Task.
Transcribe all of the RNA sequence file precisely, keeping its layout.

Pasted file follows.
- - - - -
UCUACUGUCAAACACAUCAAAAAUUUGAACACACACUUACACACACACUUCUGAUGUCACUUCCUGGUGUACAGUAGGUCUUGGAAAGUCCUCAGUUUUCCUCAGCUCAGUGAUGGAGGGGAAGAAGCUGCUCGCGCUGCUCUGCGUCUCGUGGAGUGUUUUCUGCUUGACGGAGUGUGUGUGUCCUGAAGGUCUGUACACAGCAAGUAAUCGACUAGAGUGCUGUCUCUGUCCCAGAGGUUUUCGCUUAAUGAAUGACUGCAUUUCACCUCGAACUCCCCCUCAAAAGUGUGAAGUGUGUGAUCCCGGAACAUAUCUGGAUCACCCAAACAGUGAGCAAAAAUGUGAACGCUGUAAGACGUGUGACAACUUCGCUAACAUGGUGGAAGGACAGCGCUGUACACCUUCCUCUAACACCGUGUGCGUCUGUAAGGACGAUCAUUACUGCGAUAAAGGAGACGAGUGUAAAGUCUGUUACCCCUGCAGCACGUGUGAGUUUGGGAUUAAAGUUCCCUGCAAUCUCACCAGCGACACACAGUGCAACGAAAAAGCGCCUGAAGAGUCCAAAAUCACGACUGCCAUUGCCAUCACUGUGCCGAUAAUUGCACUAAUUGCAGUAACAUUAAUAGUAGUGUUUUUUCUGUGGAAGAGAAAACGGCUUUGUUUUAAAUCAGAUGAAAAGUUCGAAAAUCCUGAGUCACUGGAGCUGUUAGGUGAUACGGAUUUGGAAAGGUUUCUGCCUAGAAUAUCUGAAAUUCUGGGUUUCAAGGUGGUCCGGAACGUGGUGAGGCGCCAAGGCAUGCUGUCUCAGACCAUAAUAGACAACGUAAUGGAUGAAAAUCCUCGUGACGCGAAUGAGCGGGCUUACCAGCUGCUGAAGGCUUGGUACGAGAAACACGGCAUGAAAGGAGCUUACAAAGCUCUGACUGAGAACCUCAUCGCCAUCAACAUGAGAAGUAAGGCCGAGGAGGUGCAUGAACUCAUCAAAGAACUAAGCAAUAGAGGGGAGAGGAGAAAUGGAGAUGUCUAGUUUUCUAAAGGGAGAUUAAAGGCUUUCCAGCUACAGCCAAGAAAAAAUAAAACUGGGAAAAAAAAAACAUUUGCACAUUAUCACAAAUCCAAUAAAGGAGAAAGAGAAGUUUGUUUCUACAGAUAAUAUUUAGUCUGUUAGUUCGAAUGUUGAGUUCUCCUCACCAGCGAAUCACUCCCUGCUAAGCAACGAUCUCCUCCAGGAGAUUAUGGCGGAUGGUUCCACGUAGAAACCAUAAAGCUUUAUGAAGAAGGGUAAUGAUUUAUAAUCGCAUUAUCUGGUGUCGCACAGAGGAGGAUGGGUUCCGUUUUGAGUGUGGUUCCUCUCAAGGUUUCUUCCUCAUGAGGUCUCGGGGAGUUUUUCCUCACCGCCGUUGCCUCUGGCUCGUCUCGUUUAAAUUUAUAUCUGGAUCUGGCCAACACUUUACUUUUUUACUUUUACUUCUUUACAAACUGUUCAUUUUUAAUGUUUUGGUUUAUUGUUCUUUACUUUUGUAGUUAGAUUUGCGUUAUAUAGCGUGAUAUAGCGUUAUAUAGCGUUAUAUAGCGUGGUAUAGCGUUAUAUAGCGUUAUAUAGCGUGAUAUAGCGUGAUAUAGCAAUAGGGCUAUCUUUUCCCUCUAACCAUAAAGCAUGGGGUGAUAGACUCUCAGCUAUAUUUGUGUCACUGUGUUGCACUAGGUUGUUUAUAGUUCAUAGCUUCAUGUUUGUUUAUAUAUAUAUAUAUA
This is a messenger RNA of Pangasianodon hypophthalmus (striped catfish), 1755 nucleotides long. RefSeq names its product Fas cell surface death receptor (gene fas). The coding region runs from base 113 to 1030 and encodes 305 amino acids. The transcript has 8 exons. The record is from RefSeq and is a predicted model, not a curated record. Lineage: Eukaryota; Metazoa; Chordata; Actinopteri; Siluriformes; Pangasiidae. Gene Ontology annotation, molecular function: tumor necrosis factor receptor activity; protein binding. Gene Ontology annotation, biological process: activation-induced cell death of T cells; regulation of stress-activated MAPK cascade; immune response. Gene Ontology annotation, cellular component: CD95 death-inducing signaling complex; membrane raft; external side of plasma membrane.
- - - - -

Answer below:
UCUACUGUCAAACACAUCAAAAAUUUGAACACACACUUACACACACACUUCUGAUGUCACUUCCUGGUGUACAGUAGGUCUUGGAAAGUCCUCAGUUUUCCUCAGCUCAGUGAUGGAGGGGAAGAAGCUGCUCGCGCUGCUCUGCGUCUCGUGGAGUGUUUUCUGCUUGACGGAGUGUGUGUGUCCUGAAGGUCUGUACACAGCAAGUAAUCGACUAGAGUGCUGUCUCUGUCCCAGAGGUUUUCGCUUAAUGAAUGACUGCAUUUCACCUCGAACUCCCCCUCAAAAGUGUGAAGUGUGUGAUCCCGGAACAUAUCUGGAUCACCCAAACAGUGAGCAAAAAUGUGAACGCUGUAAGACGUGUGACAACUUCGCUAACAUGGUGGAAGGACAGCGCUGUACACCUUCCUCUAACACCGUGUGCGUCUGUAAGGACGAUCAUUACUGCGAUAAAGGAGACGAGUGUAAAGUCUGUUACCCCUGCAGCACGUGUGAGUUUGGGAUUAAAGUUCCCUGCAAUCUCACCAGCGACACACAGUGCAACGAAAAAGCGCCUGAAGAGUCCAAAAUCACGACUGCCAUUGCCAUCACUGUGCCGAUAAUUGCACUAAUUGCAGUAACAUUAAUAGUAGUGUUUUUUCUGUGGAAGAGAAAACGGCUUUGUUUUAAAUCAGAUGAAAAGUUCGAAAAUCCUGAGUCACUGGAGCUGUUAGGUGAUACGGAUUUGGAAAGGUUUCUGCCUAGAAUAUCUGAAAUUCUGGGUUUCAAGGUGGUCCGGAACGUGGUGAGGCGCCAAGGCAUGCUGUCUCAGACCAUAAUAGACAACGUAAUGGAUGAAAAUCCUCGUGACGCGAAUGAGCGGGCUUACCAGCUGCUGAAGGCUUGGUACGAGAAACACGGCAUGAAAGGAGCUUACAAAGCUCUGACUGAGAACCUCAUCGCCAUCAACAUGAGAAGUAAGGCCGAGGAGGUGCAUGAACUCAUCAAAGAACUAAGCAAUAGAGGGGAGAGGAGAAAUGGAGAUGUCUAGUUUUCUAAAGGGAGAUUAAAGGCUUUCCAGCUACAGCCAAGAAAAAAUAAAACUGGGAAAAAAAAAACAUUUGCACAUUAUCACAAAUCCAAUAAAGGAGAAAGAGAAGUUUGUUUCUACAGAUAAUAUUUAGUCUGUUAGUUCGAAUGUUGAGUUCUCCUCACCAGCGAAUCACUCCCUGCUAAGCAACGAUCUCCUCCAGGAGAUUAUGGCGGAUGGUUCCACGUAGAAACCAUAAAGCUUUAUGAAGAAGGGUAAUGAUUUAUAAUCGCAUUAUCUGGUGUCGCACAGAGGAGGAUGGGUUCCGUUUUGAGUGUGGUUCCUCUCAAGGUUUCUUCCUCAUGAGGUCUCGGGGAGUUUUUCCUCACCGCCGUUGCCUCUGGCUCGUCUCGUUUAAAUUUAUAUCUGGAUCUGGCCAACACUUUACUUUUUUACUUUUACUUCUUUACAAACUGUUCAUUUUUAAUGUUUUGGUUUAUUGUUCUUUACUUUUGUAGUUAGAUUUGCGUUAUAUAGCGUGAUAUAGCGUUAUAUAGCGUUAUAUAGCGUGGUAUAGCGUUAUAUAGCGUUAUAUAGCGUGAUAUAGCGUGAUAUAGCAAUAGGGCUAUCUUUUCCCUCUAACCAUAAAGCAUGGGGUGAUAGACUCUCAGCUAUAUUUGUGUCACUGUGUUGCACUAGGUUGUUUAUAGUUCAUAGCUUCAUGUUUGUUUAUAUAUAUAUAUAUA
This is a messenger RNA of Pangasianodon hypophthalmus (striped catfish), 1755 nucleotides long. RefSeq names its product Fas cell surface death receptor (gene fas). The coding region runs from base 113 to 1030 and encodes 305 amino acids. The transcript has 8 exons. The record is from RefSeq and is a predicted model, not a curated record. Lineage: Eukaryota; Metazoa; Chordata; Actinopteri; Siluriformes; Pangasiidae. Gene Ontology annotation, molecular function: tumor necrosis factor receptor activity; protein binding. Gene Ontology annotation, biological process: activation-induced cell death of T cells; regulation of stress-activated MAPK cascade; immune response. Gene Ontology annotation, cellular component: CD95 death-inducing signaling complex; membrane raft; external side of plasma membrane.